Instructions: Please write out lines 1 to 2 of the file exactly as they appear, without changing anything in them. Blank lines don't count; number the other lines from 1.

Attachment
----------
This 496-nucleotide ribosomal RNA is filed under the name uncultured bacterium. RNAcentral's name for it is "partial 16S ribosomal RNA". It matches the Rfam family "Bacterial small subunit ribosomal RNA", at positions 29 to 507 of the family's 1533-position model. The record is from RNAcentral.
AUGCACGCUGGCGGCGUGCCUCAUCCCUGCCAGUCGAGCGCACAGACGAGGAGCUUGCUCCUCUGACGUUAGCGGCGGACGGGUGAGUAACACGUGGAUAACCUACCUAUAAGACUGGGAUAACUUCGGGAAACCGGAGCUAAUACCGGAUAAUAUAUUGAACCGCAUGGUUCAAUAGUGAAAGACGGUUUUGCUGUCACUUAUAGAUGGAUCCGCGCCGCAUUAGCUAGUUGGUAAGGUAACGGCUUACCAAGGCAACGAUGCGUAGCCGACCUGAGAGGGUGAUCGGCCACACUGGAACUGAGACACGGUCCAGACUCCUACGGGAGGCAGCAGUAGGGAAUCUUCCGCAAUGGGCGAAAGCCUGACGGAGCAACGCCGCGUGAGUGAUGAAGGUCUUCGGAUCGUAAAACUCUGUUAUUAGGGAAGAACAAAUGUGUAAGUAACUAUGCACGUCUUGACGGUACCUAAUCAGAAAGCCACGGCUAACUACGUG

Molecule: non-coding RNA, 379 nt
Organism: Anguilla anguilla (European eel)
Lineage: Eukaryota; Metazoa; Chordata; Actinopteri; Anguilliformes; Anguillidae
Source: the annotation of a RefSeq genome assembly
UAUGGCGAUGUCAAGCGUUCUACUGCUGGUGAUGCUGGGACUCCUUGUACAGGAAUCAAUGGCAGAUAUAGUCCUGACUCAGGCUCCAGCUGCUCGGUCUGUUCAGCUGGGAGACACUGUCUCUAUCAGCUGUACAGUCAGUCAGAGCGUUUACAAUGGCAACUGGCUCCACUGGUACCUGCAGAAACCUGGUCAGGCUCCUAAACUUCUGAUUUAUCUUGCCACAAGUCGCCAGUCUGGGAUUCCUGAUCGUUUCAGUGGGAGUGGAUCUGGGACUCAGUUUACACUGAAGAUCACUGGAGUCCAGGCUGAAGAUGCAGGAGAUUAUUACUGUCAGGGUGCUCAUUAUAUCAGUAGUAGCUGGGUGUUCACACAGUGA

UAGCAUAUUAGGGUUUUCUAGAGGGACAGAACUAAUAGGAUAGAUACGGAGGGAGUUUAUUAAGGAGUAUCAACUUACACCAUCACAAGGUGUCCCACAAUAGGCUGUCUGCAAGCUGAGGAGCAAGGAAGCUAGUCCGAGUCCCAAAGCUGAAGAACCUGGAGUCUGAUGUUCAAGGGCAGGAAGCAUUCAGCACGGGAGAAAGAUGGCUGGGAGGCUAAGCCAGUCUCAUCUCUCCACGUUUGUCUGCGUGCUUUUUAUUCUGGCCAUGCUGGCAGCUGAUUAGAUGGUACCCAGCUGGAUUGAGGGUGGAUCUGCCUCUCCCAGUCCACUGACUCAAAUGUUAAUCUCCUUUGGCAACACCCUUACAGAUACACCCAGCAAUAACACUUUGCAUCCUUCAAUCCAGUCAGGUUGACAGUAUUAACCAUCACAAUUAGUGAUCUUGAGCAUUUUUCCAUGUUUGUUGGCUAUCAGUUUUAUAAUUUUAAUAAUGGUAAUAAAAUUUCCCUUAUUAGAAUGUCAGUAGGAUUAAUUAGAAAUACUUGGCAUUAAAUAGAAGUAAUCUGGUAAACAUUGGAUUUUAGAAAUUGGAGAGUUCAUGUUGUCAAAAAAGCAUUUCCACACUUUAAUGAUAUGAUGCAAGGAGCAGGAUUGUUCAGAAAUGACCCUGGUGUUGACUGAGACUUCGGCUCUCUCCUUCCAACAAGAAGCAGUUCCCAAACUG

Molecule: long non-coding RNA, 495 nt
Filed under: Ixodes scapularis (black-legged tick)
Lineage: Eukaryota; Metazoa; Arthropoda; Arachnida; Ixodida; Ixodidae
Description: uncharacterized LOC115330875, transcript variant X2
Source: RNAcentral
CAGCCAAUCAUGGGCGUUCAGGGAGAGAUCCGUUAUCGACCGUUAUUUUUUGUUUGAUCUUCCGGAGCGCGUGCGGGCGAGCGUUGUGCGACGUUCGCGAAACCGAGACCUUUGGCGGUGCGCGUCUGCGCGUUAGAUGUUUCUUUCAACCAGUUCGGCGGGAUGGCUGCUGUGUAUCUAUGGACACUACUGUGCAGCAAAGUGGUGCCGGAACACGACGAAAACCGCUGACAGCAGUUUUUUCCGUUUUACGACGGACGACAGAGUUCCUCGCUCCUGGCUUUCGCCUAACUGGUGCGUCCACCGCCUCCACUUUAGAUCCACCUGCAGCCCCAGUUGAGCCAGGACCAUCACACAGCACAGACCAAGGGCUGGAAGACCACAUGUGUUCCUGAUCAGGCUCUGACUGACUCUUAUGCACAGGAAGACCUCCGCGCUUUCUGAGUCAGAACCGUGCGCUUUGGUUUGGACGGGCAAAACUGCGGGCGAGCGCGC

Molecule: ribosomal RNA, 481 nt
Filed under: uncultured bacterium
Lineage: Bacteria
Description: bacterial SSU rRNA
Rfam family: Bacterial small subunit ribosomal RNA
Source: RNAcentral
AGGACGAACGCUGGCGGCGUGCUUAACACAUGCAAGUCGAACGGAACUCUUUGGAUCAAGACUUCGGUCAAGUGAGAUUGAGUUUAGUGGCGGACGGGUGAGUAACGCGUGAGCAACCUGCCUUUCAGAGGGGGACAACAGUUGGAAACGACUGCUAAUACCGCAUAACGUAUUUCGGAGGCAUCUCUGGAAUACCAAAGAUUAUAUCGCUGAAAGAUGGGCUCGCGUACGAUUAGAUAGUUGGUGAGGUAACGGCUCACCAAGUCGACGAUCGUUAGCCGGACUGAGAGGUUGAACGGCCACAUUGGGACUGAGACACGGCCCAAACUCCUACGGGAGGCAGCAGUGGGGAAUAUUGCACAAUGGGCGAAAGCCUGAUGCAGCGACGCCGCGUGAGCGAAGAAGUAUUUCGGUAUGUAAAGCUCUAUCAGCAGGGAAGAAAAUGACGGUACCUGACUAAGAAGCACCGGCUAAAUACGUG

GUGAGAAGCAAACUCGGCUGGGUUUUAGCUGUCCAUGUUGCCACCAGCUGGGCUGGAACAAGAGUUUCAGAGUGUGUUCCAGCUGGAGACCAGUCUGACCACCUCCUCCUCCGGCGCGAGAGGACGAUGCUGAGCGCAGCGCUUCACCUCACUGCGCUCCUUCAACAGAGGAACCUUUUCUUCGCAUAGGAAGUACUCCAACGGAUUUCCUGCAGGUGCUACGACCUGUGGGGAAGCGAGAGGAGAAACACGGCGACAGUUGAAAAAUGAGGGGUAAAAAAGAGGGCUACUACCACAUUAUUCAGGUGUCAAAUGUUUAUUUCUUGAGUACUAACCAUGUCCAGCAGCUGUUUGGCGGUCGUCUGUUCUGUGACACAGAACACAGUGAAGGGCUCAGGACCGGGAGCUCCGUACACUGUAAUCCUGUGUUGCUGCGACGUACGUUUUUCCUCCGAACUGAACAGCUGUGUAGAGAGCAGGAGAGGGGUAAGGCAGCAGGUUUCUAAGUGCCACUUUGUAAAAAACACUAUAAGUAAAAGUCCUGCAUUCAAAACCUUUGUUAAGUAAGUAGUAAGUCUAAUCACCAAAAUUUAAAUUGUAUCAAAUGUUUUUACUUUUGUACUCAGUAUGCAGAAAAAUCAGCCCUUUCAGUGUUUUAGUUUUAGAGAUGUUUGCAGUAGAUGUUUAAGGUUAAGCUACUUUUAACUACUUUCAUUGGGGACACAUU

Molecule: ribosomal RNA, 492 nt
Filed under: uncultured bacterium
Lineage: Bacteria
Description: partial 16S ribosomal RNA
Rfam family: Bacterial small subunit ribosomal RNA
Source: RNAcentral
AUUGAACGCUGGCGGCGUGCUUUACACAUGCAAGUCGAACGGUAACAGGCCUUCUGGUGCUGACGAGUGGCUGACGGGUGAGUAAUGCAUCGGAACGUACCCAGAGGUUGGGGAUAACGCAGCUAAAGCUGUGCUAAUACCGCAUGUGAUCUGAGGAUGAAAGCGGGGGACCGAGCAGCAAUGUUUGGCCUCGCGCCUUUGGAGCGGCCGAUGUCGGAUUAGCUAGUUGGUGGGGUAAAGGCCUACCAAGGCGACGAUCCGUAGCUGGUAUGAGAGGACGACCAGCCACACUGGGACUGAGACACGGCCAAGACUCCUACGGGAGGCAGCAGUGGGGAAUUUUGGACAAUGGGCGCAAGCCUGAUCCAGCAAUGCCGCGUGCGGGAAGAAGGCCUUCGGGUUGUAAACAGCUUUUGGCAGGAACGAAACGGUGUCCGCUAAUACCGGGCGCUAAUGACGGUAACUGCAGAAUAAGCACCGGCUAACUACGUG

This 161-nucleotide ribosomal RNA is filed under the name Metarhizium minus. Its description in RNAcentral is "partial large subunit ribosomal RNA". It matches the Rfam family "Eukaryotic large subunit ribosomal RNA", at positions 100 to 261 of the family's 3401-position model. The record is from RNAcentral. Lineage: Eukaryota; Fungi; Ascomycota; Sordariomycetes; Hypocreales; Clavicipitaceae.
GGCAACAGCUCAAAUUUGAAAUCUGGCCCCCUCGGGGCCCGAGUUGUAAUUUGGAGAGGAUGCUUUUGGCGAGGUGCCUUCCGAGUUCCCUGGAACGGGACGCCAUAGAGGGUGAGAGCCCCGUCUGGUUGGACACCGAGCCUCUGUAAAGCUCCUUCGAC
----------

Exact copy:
This 496-nucleotide ribosomal RNA is filed under the name uncultured bacterium. RNAcentral's name for it is "partial 16S ribosomal RNA". It matches the Rfam family "Bacterial small subunit ribosomal RNA", at positions 29 to 507 of the family's 1533-position model. The record is from RNAcentral.
AUGCACGCUGGCGGCGUGCCUCAUCCCUGCCAGUCGAGCGCACAGACGAGGAGCUUGCUCCUCUGACGUUAGCGGCGGACGGGUGAGUAACACGUGGAUAACCUACCUAUAAGACUGGGAUAACUUCGGGAAACCGGAGCUAAUACCGGAUAAUAUAUUGAACCGCAUGGUUCAAUAGUGAAAGACGGUUUUGCUGUCACUUAUAGAUGGAUCCGCGCCGCAUUAGCUAGUUGGUAAGGUAACGGCUUACCAAGGCAACGAUGCGUAGCCGACCUGAGAGGGUGAUCGGCCACACUGGAACUGAGACACGGUCCAGACUCCUACGGGAGGCAGCAGUAGGGAAUCUUCCGCAAUGGGCGAAAGCCUGACGGAGCAACGCCGCGUGAGUGAUGAAGGUCUUCGGAUCGUAAAACUCUGUUAUUAGGGAAGAACAAAUGUGUAAGUAACUAUGCACGUCUUGACGGUACCUAAUCAGAAAGCCACGGCUAACUACGUG